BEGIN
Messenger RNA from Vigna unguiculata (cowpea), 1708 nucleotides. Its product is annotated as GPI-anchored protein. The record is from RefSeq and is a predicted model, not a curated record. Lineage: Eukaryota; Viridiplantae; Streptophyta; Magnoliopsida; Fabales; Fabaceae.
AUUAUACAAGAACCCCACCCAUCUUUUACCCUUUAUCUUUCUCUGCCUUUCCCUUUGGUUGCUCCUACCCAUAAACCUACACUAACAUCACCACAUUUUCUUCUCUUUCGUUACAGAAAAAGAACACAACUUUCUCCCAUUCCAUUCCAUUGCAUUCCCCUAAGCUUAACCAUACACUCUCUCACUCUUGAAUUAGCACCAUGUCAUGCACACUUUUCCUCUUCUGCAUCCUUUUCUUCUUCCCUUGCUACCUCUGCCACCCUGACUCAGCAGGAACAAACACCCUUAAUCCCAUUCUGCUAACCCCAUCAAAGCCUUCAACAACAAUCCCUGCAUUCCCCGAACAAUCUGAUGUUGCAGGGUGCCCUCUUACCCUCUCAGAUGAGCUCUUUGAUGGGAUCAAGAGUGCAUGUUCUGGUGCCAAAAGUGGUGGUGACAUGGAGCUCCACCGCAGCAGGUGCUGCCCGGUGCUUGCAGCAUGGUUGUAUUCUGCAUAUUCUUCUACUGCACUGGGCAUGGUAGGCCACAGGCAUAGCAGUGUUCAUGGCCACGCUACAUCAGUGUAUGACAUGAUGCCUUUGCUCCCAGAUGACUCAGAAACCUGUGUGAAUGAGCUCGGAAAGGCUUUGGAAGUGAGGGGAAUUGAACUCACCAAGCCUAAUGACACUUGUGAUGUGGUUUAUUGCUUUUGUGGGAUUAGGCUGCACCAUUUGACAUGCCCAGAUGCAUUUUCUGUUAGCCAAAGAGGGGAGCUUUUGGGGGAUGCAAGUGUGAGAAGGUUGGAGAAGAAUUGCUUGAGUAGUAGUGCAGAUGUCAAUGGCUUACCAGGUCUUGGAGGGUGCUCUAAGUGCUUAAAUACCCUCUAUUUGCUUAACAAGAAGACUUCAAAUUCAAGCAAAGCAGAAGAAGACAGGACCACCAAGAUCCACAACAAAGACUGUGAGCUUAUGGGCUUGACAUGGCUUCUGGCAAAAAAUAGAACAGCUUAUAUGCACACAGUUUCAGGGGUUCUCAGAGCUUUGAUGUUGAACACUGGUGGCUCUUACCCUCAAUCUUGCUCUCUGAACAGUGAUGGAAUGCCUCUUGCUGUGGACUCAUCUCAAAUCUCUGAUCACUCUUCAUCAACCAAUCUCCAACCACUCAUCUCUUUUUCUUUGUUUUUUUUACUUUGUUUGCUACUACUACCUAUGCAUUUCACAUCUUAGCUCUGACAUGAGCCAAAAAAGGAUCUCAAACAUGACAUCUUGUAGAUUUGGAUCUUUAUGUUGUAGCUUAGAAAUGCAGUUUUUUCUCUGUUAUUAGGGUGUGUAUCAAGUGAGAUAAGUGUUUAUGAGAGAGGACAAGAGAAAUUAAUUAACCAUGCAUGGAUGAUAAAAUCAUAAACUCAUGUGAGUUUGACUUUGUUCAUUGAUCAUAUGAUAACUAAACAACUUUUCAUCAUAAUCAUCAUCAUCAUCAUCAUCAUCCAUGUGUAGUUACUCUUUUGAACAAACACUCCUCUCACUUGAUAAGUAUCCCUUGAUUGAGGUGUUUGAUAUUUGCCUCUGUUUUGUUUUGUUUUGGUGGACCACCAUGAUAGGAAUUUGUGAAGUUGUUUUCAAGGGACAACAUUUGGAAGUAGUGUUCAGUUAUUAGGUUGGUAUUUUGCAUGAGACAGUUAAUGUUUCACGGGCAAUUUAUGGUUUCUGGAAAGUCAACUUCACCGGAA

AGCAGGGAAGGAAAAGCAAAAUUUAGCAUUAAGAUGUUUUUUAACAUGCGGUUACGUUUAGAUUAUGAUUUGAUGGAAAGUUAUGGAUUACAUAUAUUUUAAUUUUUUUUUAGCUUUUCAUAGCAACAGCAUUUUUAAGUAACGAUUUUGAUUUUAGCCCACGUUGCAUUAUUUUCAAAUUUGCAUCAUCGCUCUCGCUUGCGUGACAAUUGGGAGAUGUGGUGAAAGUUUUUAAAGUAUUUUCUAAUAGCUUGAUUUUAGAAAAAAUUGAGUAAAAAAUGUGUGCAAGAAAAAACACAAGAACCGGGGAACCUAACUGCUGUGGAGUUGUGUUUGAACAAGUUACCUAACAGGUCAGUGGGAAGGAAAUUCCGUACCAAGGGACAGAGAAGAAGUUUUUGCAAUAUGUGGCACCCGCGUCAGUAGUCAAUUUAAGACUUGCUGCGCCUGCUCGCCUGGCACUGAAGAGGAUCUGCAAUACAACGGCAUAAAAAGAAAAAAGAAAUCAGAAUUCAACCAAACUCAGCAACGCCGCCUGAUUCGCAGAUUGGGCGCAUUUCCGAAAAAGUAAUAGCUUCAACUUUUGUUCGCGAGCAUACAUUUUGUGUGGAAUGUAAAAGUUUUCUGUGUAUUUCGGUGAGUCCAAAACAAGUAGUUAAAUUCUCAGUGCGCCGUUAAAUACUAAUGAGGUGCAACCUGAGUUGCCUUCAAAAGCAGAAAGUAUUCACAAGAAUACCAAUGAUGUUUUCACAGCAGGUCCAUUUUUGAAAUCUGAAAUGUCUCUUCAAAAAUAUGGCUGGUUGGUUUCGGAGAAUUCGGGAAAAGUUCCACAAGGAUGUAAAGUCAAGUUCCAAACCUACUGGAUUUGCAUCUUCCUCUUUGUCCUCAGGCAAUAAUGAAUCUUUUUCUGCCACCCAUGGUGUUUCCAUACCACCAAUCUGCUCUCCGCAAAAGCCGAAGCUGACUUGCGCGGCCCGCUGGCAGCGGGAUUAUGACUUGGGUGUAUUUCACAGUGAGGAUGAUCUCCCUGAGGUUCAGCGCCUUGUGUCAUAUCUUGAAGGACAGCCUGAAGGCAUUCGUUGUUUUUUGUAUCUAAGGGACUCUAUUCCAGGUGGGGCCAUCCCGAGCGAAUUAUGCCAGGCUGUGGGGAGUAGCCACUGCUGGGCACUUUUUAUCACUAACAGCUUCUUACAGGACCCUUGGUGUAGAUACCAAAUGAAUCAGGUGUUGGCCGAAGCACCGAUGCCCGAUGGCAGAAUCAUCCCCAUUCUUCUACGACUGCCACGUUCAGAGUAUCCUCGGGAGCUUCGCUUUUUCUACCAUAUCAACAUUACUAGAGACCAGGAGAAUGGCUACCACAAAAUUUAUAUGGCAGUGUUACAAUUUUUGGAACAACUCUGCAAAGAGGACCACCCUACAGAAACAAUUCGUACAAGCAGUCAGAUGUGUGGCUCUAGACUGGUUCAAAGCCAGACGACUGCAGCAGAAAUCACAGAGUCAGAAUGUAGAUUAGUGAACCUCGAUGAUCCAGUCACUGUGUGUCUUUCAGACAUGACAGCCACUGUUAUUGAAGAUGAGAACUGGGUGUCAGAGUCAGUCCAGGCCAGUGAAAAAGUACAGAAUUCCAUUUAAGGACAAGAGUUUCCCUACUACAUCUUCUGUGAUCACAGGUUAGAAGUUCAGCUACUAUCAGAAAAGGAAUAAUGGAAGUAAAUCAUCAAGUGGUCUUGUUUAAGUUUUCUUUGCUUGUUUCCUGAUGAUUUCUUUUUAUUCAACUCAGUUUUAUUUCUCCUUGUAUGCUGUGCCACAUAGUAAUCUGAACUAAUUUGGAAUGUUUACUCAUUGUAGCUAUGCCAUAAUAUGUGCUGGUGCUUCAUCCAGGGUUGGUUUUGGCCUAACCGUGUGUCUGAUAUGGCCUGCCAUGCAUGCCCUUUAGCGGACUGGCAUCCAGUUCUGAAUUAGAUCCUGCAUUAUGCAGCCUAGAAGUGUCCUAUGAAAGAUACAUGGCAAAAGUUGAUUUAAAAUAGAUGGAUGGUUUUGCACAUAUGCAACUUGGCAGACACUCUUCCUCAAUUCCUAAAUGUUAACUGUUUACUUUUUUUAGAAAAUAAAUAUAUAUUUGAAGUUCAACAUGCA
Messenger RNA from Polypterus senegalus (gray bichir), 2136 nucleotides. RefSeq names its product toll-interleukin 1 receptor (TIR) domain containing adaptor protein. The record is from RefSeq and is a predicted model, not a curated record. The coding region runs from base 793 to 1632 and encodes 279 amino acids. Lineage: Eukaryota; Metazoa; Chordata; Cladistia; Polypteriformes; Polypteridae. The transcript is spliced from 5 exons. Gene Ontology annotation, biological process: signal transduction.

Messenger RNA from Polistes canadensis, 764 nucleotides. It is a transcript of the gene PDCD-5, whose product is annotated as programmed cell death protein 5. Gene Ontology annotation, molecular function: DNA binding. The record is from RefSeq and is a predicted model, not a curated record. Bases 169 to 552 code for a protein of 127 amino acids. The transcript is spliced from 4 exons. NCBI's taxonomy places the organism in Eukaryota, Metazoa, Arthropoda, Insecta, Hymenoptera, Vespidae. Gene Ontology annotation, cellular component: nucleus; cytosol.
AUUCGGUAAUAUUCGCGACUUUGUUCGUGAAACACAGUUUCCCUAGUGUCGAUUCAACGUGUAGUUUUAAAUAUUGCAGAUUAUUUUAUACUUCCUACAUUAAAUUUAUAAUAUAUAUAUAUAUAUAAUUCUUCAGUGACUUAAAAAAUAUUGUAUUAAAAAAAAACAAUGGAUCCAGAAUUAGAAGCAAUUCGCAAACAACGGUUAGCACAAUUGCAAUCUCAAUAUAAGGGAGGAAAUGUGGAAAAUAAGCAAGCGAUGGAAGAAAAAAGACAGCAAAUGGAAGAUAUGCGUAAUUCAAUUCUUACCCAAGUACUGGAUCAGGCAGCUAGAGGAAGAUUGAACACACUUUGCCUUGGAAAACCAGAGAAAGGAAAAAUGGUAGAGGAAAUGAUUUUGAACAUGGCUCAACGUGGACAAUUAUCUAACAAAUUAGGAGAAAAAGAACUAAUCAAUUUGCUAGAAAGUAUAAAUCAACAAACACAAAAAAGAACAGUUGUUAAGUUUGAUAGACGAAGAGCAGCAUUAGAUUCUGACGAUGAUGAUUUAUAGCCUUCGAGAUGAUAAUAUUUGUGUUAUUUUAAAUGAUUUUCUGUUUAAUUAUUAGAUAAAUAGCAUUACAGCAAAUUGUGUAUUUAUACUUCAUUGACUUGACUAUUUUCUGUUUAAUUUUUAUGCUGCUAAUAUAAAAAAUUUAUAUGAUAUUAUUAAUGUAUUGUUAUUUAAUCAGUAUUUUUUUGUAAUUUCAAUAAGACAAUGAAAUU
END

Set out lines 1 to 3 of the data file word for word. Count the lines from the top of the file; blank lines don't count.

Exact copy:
Messenger RNA from Vigna unguiculata (cowpea), 1708 nucleotides. Its product is annotated as GPI-anchored protein. The record is from RefSeq and is a predicted model, not a curated record. Lineage: Eukaryota; Viridiplantae; Streptophyta; Magnoliopsida; Fabales; Fabaceae.
AUUAUACAAGAACCCCACCCAUCUUUUACCCUUUAUCUUUCUCUGCCUUUCCCUUUGGUUGCUCCUACCCAUAAACCUACACUAACAUCACCACAUUUUCUUCUCUUUCGUUACAGAAAAAGAACACAACUUUCUCCCAUUCCAUUCCAUUGCAUUCCCCUAAGCUUAACCAUACACUCUCUCACUCUUGAAUUAGCACCAUGUCAUGCACACUUUUCCUCUUCUGCAUCCUUUUCUUCUUCCCUUGCUACCUCUGCCACCCUGACUCAGCAGGAACAAACACCCUUAAUCCCAUUCUGCUAACCCCAUCAAAGCCUUCAACAACAAUCCCUGCAUUCCCCGAACAAUCUGAUGUUGCAGGGUGCCCUCUUACCCUCUCAGAUGAGCUCUUUGAUGGGAUCAAGAGUGCAUGUUCUGGUGCCAAAAGUGGUGGUGACAUGGAGCUCCACCGCAGCAGGUGCUGCCCGGUGCUUGCAGCAUGGUUGUAUUCUGCAUAUUCUUCUACUGCACUGGGCAUGGUAGGCCACAGGCAUAGCAGUGUUCAUGGCCACGCUACAUCAGUGUAUGACAUGAUGCCUUUGCUCCCAGAUGACUCAGAAACCUGUGUGAAUGAGCUCGGAAAGGCUUUGGAAGUGAGGGGAAUUGAACUCACCAAGCCUAAUGACACUUGUGAUGUGGUUUAUUGCUUUUGUGGGAUUAGGCUGCACCAUUUGACAUGCCCAGAUGCAUUUUCUGUUAGCCAAAGAGGGGAGCUUUUGGGGGAUGCAAGUGUGAGAAGGUUGGAGAAGAAUUGCUUGAGUAGUAGUGCAGAUGUCAAUGGCUUACCAGGUCUUGGAGGGUGCUCUAAGUGCUUAAAUACCCUCUAUUUGCUUAACAAGAAGACUUCAAAUUCAAGCAAAGCAGAAGAAGACAGGACCACCAAGAUCCACAACAAAGACUGUGAGCUUAUGGGCUUGACAUGGCUUCUGGCAAAAAAUAGAACAGCUUAUAUGCACACAGUUUCAGGGGUUCUCAGAGCUUUGAUGUUGAACACUGGUGGCUCUUACCCUCAAUCUUGCUCUCUGAACAGUGAUGGAAUGCCUCUUGCUGUGGACUCAUCUCAAAUCUCUGAUCACUCUUCAUCAACCAAUCUCCAACCACUCAUCUCUUUUUCUUUGUUUUUUUUACUUUGUUUGCUACUACUACCUAUGCAUUUCACAUCUUAGCUCUGACAUGAGCCAAAAAAGGAUCUCAAACAUGACAUCUUGUAGAUUUGGAUCUUUAUGUUGUAGCUUAGAAAUGCAGUUUUUUCUCUGUUAUUAGGGUGUGUAUCAAGUGAGAUAAGUGUUUAUGAGAGAGGACAAGAGAAAUUAAUUAACCAUGCAUGGAUGAUAAAAUCAUAAACUCAUGUGAGUUUGACUUUGUUCAUUGAUCAUAUGAUAACUAAACAACUUUUCAUCAUAAUCAUCAUCAUCAUCAUCAUCAUCCAUGUGUAGUUACUCUUUUGAACAAACACUCCUCUCACUUGAUAAGUAUCCCUUGAUUGAGGUGUUUGAUAUUUGCCUCUGUUUUGUUUUGUUUUGGUGGACCACCAUGAUAGGAAUUUGUGAAGUUGUUUUCAAGGGACAACAUUUGGAAGUAGUGUUCAGUUAUUAGGUUGGUAUUUUGCAUGAGACAGUUAAUGUUUCACGGGCAAUUUAUGGUUUCUGGAAAGUCAACUUCACCGGAA

AGCAGGGAAGGAAAAGCAAAAUUUAGCAUUAAGAUGUUUUUUAACAUGCGGUUACGUUUAGAUUAUGAUUUGAUGGAAAGUUAUGGAUUACAUAUAUUUUAAUUUUUUUUUAGCUUUUCAUAGCAACAGCAUUUUUAAGUAACGAUUUUGAUUUUAGCCCACGUUGCAUUAUUUUCAAAUUUGCAUCAUCGCUCUCGCUUGCGUGACAAUUGGGAGAUGUGGUGAAAGUUUUUAAAGUAUUUUCUAAUAGCUUGAUUUUAGAAAAAAUUGAGUAAAAAAUGUGUGCAAGAAAAAACACAAGAACCGGGGAACCUAACUGCUGUGGAGUUGUGUUUGAACAAGUUACCUAACAGGUCAGUGGGAAGGAAAUUCCGUACCAAGGGACAGAGAAGAAGUUUUUGCAAUAUGUGGCACCCGCGUCAGUAGUCAAUUUAAGACUUGCUGCGCCUGCUCGCCUGGCACUGAAGAGGAUCUGCAAUACAACGGCAUAAAAAGAAAAAAGAAAUCAGAAUUCAACCAAACUCAGCAACGCCGCCUGAUUCGCAGAUUGGGCGCAUUUCCGAAAAAGUAAUAGCUUCAACUUUUGUUCGCGAGCAUACAUUUUGUGUGGAAUGUAAAAGUUUUCUGUGUAUUUCGGUGAGUCCAAAACAAGUAGUUAAAUUCUCAGUGCGCCGUUAAAUACUAAUGAGGUGCAACCUGAGUUGCCUUCAAAAGCAGAAAGUAUUCACAAGAAUACCAAUGAUGUUUUCACAGCAGGUCCAUUUUUGAAAUCUGAAAUGUCUCUUCAAAAAUAUGGCUGGUUGGUUUCGGAGAAUUCGGGAAAAGUUCCACAAGGAUGUAAAGUCAAGUUCCAAACCUACUGGAUUUGCAUCUUCCUCUUUGUCCUCAGGCAAUAAUGAAUCUUUUUCUGCCACCCAUGGUGUUUCCAUACCACCAAUCUGCUCUCCGCAAAAGCCGAAGCUGACUUGCGCGGCCCGCUGGCAGCGGGAUUAUGACUUGGGUGUAUUUCACAGUGAGGAUGAUCUCCCUGAGGUUCAGCGCCUUGUGUCAUAUCUUGAAGGACAGCCUGAAGGCAUUCGUUGUUUUUUGUAUCUAAGGGACUCUAUUCCAGGUGGGGCCAUCCCGAGCGAAUUAUGCCAGGCUGUGGGGAGUAGCCACUGCUGGGCACUUUUUAUCACUAACAGCUUCUUACAGGACCCUUGGUGUAGAUACCAAAUGAAUCAGGUGUUGGCCGAAGCACCGAUGCCCGAUGGCAGAAUCAUCCCCAUUCUUCUACGACUGCCACGUUCAGAGUAUCCUCGGGAGCUUCGCUUUUUCUACCAUAUCAACAUUACUAGAGACCAGGAGAAUGGCUACCACAAAAUUUAUAUGGCAGUGUUACAAUUUUUGGAACAACUCUGCAAAGAGGACCACCCUACAGAAACAAUUCGUACAAGCAGUCAGAUGUGUGGCUCUAGACUGGUUCAAAGCCAGACGACUGCAGCAGAAAUCACAGAGUCAGAAUGUAGAUUAGUGAACCUCGAUGAUCCAGUCACUGUGUGUCUUUCAGACAUGACAGCCACUGUUAUUGAAGAUGAGAACUGGGUGUCAGAGUCAGUCCAGGCCAGUGAAAAAGUACAGAAUUCCAUUUAAGGACAAGAGUUUCCCUACUACAUCUUCUGUGAUCACAGGUUAGAAGUUCAGCUACUAUCAGAAAAGGAAUAAUGGAAGUAAAUCAUCAAGUGGUCUUGUUUAAGUUUUCUUUGCUUGUUUCCUGAUGAUUUCUUUUUAUUCAACUCAGUUUUAUUUCUCCUUGUAUGCUGUGCCACAUAGUAAUCUGAACUAAUUUGGAAUGUUUACUCAUUGUAGCUAUGCCAUAAUAUGUGCUGGUGCUUCAUCCAGGGUUGGUUUUGGCCUAACCGUGUGUCUGAUAUGGCCUGCCAUGCAUGCCCUUUAGCGGACUGGCAUCCAGUUCUGAAUUAGAUCCUGCAUUAUGCAGCCUAGAAGUGUCCUAUGAAAGAUACAUGGCAAAAGUUGAUUUAAAAUAGAUGGAUGGUUUUGCACAUAUGCAACUUGGCAGACACUCUUCCUCAAUUCCUAAAUGUUAACUGUUUACUUUUUUUAGAAAAUAAAUAUAUAUUUGAAGUUCAACAUGCA